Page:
Polls have closed in Turkey's high-stakes presidential and parliamentary elections, with 56,322,632 registered voters and 180,065 ballot boxes across the country.
Voters began gathering at polling centers early on Sunday to cast their ballots in the elections that complete Turkey's transition to a new executive presidential system that was approved in a referendum last year.
Voting started at 8 a.m. local time (0500GMT) and continued through 5 p.m. local time (1400GMT).
Turkey's justice minister said Sunday that voting continues peacefully across the country.
"Until now, we have not received any information regarding any disruption in the elections. Everybody is casting their votes in peace," Abdulhamit Gül told reporters after casting his vote in southeastern Gaziantep province.
Voters will be able to cast their ballots after they show their ID cards or any other official identification document.
It is forbidden to enter the voting booth with photo or video cameras and mobile phones.
Voters are casting two separate ballot papers in the same envelope -- one for the presidential and one for the parliamentary elections.
Parties in the running
Eight political parties are participating in the parliamentary elections that include the Justice and Development (AK) Party, the Republican People's Party (CHP), the Free Cause (Huda-Par) Party, the newly formed Good (IYI) Party, the Nationalist Movement Party (MHP), the pro-PKK Peoples' Democratic Party (HDP), the Felicity (Saadet) Party and the Patriotic (Vatan) Party.
For the first time in Turkish history, political parties went to elections by forming alliances.
Turkey's ruling AK Party and the MHP formed an alliance (People's Alliance) while the CHP, the IYI Party and the Felicity Party constituted another (Nation Alliance).
A bill, submitted by the ruling AK Party and the MHP in February, stated that a political party could back another during elections.
In general elections, a political party must receive 10 percent of the votes nationwide for any of its candidates to win a seat in parliament. Now, only the alliance needs to pass the 10-percent threshold in order for the parties to claim seats in parliament.
Ballots are bearing the name of the alliance juxtaposed to that of the candidates whose parties have decided to proceed with forging an alliance.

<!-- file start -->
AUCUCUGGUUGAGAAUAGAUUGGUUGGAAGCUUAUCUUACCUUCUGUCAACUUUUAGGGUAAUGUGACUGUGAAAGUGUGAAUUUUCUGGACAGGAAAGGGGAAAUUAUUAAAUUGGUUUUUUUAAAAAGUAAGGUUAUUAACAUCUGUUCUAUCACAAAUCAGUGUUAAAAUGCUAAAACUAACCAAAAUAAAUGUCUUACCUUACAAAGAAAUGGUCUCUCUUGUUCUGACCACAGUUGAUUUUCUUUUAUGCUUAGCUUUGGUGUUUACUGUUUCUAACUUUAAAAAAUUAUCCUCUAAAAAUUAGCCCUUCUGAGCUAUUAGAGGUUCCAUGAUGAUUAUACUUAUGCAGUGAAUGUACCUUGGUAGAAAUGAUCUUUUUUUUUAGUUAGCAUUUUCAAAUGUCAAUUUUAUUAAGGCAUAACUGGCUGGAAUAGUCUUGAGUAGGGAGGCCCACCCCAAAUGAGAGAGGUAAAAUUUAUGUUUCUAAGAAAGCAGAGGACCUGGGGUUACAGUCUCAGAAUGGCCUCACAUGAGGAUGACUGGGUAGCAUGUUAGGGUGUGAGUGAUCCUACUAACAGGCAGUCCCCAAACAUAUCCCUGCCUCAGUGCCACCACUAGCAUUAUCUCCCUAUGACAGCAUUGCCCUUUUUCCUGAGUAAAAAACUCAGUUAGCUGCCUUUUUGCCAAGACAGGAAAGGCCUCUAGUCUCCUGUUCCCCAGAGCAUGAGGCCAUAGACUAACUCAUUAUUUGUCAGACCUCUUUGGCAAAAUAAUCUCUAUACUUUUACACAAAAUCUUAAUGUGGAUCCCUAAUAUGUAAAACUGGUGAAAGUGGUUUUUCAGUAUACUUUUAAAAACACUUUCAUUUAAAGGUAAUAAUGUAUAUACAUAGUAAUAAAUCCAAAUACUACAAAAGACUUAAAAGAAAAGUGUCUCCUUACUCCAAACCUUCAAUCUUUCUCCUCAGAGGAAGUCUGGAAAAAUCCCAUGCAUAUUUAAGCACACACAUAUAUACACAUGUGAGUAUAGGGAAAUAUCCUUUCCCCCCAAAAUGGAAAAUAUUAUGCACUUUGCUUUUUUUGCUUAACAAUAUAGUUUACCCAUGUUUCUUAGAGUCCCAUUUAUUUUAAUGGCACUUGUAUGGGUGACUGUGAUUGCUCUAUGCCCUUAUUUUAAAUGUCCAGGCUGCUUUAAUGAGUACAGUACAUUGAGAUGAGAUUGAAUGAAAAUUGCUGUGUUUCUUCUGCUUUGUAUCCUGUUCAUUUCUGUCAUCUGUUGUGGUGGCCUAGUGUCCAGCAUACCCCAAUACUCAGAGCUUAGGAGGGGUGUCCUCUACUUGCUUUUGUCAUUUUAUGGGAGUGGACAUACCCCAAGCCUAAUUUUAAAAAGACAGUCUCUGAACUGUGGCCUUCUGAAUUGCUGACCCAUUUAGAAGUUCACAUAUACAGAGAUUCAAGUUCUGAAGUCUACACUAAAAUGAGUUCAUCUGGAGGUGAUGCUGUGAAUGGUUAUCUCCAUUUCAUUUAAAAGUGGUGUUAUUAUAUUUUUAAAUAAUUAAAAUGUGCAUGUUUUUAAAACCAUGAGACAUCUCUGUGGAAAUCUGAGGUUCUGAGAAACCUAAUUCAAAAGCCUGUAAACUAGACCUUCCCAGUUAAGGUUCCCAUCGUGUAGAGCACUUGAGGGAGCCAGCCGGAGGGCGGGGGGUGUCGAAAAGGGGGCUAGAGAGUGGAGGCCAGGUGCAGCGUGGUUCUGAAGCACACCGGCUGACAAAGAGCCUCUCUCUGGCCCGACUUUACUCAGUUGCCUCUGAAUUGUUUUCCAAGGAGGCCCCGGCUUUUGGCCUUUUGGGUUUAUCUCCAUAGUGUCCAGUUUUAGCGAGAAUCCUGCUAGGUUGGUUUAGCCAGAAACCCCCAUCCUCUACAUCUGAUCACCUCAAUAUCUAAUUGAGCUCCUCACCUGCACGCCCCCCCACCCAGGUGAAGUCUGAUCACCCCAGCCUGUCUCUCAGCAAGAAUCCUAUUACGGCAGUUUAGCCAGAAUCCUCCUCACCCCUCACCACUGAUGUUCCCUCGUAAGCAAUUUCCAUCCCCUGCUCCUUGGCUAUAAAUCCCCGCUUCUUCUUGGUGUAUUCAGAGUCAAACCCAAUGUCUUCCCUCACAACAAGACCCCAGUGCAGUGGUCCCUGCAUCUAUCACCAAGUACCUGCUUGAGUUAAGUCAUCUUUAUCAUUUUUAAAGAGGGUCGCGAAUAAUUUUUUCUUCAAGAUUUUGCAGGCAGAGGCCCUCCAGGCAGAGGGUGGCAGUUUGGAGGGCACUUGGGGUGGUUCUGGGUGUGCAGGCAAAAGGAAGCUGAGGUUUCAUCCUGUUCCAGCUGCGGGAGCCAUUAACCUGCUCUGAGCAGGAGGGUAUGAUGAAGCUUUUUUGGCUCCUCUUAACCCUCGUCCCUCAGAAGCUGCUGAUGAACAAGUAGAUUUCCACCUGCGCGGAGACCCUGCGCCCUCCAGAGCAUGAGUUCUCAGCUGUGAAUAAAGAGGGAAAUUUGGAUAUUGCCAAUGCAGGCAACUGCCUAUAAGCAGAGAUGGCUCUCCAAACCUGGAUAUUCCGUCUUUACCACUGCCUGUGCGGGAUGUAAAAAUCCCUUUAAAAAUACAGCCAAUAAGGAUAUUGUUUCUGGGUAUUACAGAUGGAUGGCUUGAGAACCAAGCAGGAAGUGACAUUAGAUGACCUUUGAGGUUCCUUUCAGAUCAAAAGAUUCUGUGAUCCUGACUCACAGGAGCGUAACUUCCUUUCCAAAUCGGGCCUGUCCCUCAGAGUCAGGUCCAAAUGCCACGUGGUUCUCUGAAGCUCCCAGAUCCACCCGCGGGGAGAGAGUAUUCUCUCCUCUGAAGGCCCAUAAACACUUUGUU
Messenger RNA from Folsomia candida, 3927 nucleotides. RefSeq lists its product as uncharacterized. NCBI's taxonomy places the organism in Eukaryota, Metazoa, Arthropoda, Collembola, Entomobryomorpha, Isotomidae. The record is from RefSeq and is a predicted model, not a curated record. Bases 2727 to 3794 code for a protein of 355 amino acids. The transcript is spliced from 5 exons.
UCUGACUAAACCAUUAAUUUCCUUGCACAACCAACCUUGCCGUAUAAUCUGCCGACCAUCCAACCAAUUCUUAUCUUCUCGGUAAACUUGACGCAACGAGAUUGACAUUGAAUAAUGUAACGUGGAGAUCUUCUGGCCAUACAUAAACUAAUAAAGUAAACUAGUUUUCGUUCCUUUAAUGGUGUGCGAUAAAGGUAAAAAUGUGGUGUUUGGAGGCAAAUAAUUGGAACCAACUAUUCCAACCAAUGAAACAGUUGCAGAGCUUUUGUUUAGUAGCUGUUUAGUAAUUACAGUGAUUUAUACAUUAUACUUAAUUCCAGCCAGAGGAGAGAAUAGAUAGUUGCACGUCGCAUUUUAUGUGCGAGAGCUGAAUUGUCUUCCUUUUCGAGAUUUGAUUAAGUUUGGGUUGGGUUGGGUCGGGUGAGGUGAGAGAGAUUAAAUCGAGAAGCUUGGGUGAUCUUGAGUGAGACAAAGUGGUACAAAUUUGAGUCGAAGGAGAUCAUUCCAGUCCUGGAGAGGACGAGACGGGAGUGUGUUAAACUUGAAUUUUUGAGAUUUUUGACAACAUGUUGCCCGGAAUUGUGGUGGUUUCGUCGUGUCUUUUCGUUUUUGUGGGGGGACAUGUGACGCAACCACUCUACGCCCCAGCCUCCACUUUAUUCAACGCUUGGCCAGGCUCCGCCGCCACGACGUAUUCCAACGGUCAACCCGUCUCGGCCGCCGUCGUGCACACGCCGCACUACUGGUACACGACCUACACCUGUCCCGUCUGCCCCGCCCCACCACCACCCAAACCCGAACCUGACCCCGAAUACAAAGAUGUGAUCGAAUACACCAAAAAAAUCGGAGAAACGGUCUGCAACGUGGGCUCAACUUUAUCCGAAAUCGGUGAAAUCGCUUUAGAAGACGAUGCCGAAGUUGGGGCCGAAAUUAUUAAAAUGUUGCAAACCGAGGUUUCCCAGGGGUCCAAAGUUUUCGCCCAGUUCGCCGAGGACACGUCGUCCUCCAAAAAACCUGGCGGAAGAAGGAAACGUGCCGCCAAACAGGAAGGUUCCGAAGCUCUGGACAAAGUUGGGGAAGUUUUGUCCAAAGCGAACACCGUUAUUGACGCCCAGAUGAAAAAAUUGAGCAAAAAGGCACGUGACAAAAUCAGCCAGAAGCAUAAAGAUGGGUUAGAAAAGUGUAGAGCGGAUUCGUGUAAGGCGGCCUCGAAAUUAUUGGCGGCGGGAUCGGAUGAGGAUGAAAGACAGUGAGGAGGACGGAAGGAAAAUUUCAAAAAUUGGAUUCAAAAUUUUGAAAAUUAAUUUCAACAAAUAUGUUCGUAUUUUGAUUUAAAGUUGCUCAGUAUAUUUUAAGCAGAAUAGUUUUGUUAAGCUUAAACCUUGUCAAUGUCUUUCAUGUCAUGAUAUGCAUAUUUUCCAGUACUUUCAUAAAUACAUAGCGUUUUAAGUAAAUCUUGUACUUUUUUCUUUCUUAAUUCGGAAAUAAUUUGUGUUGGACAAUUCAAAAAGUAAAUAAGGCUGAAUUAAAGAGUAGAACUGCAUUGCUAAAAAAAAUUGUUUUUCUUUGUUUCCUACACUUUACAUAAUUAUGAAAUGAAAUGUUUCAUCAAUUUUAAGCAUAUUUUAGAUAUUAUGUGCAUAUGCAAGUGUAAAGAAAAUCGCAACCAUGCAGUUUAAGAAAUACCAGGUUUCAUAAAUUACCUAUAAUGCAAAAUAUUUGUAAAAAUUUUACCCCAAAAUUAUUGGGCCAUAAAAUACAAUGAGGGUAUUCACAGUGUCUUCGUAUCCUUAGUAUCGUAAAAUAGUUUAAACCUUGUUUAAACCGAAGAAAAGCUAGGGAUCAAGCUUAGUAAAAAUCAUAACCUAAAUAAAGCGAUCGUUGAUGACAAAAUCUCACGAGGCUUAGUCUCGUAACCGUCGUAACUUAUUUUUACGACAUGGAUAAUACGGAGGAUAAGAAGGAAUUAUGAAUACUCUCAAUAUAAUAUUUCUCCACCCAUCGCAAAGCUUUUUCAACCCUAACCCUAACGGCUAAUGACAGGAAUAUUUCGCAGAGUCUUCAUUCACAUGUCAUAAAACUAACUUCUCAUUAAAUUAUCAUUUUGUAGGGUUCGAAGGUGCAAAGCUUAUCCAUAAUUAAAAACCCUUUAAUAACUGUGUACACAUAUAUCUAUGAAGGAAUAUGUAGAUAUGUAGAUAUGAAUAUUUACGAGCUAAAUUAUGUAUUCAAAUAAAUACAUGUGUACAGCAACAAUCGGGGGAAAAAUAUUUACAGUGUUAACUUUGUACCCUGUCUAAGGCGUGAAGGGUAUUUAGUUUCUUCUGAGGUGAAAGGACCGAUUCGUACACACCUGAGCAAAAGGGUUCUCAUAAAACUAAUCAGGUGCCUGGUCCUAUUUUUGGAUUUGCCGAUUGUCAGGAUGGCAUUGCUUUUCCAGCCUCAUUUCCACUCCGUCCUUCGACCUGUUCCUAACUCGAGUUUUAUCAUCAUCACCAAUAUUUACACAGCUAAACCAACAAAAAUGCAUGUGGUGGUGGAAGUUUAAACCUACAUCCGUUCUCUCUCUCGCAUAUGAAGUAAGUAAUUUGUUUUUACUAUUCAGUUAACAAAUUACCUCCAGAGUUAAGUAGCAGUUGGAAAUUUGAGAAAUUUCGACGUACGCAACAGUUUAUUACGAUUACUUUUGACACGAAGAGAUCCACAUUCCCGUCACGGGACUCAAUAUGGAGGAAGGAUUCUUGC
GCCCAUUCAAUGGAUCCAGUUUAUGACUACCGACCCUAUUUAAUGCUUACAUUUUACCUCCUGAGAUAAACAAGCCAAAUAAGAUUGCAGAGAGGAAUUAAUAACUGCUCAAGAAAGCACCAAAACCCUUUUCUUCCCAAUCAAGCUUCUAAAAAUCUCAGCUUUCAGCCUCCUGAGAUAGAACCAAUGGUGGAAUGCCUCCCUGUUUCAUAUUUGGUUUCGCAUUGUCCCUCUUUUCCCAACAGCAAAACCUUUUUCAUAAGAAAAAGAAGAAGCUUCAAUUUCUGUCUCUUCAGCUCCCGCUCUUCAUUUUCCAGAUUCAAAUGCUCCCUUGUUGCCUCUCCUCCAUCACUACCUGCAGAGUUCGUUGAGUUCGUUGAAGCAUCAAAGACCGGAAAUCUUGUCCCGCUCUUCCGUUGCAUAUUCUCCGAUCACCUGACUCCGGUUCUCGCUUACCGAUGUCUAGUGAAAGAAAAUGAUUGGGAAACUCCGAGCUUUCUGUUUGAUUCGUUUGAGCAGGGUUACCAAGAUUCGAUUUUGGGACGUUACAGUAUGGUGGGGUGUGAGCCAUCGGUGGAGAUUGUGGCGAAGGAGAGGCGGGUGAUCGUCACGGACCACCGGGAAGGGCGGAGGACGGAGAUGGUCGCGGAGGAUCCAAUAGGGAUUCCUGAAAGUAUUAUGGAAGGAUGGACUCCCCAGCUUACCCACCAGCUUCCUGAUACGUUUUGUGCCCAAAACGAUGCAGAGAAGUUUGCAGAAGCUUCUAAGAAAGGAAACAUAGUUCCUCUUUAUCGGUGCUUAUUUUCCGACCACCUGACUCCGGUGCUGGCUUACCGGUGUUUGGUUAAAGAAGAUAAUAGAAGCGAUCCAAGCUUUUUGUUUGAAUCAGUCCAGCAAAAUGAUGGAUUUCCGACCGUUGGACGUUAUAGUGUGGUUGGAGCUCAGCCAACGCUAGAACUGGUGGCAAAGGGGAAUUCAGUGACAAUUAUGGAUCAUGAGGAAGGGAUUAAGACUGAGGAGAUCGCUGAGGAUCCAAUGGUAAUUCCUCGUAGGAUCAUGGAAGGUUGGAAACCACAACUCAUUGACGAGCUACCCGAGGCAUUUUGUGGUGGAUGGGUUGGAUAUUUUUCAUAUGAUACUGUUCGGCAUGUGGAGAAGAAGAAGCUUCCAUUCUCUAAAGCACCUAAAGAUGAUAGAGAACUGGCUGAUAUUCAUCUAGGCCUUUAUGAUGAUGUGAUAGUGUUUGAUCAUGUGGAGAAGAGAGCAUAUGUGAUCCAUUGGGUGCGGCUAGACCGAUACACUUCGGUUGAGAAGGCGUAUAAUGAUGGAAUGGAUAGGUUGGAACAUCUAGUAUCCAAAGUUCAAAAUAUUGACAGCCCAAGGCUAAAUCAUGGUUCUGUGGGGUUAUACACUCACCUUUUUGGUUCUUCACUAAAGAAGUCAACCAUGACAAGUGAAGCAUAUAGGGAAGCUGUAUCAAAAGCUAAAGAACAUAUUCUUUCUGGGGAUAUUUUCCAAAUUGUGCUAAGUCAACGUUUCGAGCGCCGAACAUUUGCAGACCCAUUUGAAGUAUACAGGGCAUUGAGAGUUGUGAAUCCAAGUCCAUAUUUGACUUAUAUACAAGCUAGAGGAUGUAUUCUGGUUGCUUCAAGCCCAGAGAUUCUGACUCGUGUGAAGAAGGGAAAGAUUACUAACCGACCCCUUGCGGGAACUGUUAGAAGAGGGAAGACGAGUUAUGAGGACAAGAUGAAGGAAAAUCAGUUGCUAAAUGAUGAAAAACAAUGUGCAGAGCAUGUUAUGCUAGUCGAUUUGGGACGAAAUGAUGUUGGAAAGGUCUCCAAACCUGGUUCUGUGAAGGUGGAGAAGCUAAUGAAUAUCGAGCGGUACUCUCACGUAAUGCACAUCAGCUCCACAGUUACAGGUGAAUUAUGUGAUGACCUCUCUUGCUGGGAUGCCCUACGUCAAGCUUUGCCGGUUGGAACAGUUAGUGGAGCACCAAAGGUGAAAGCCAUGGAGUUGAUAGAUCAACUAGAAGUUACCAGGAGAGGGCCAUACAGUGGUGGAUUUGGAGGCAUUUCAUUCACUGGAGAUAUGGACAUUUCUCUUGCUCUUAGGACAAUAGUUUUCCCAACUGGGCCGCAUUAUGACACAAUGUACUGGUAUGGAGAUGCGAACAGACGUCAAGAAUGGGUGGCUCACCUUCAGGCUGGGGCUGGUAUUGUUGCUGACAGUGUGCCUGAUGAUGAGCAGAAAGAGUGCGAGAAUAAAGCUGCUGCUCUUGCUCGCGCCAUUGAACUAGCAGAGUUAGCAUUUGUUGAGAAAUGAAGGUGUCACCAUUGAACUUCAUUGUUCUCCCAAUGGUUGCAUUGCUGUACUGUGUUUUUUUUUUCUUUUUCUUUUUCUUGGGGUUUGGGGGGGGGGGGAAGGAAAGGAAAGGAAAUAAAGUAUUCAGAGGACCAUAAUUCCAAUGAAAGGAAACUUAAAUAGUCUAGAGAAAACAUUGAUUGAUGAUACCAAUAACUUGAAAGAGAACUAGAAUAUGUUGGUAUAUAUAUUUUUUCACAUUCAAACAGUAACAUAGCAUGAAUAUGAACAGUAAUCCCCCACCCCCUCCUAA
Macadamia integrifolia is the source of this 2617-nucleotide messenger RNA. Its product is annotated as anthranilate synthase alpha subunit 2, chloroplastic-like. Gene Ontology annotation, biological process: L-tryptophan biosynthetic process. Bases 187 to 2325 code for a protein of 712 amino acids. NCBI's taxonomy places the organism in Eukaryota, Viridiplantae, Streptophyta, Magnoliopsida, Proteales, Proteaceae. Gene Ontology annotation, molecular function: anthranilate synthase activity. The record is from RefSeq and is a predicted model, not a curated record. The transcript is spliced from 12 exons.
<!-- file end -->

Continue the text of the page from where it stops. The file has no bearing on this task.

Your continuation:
Six candidates are running for president: Recep Tayyip Erdoğan for the alliance (People's Alliance) formed by Turkey's ruling AK Party and the MHP, Muharrem Ince for CHP, Meral Akşener for the Good (IYI) Party, Temel Karamollaoğlu for the Felicity (Saadet) Party, Selahattin Demirtaş for HDP, and Doğu Perinçek for the Patriotic (Vatan) Party.
The Organization for Security and Cooperation in Europe (OSCE) said Sunday that no discrepancies were reported during the elections as of early afternoon.
The delegation started its on-site observation in Lieutenant Kalmaz Primary School in the capital Ankara.
Speaking to reporters, Ambassador Audrey Glover, head of the election observer delegation, said they will continue following the polls closely until they end.
"There are no obstacles to the OSCE delegation, and we continue to observe the election in the methodology we employ all the time," she said.
The delegation will hold a press briefing at the Sheraton Hotel in Ankara at 3 p.m. local time (1200GMT) on Monday.
Some 415 observers from eight international organizations have been deployed to watch Turkey's presidential and parliamentary elections.
The Organization for Security and Cooperation in Europe (OSCE) has sent 234 observers, while the Parliamentary Assembly of the Organization for Security and Cooperation in Europe (OSCEPA) sent 72, the Parliamentary Assembly of the Council of Europe (PACE) deployed 35, and the Parliamentary Assembly of the Mediterranean (PAM) sent 10 observers.
Election day bans
News media organizations are not allowed to broadcast any political advertising, predictions or comments about the elections until 6 p.m. (1500GMT).
Between 6 p.m. (1500GMT) and 9 p.m. (1800GMT), media outlets will only be able to publish official announcements about the elections issued by Supreme Election Council.
Selling alcoholic beverages are banned from 6 a.m. (0300GMT) to 12 a.m. (2100GMT) while consumption of alcoholic beverages is also prohibited in public places.
Foolproof security was ensured across the country during the elections, according to a statement by the Interior Ministry.
Half a million security personnel are performing duties, including 264,526 police personnel, 195,695 gendarme, 50,793 security guards and 19,993 voluntary security guards.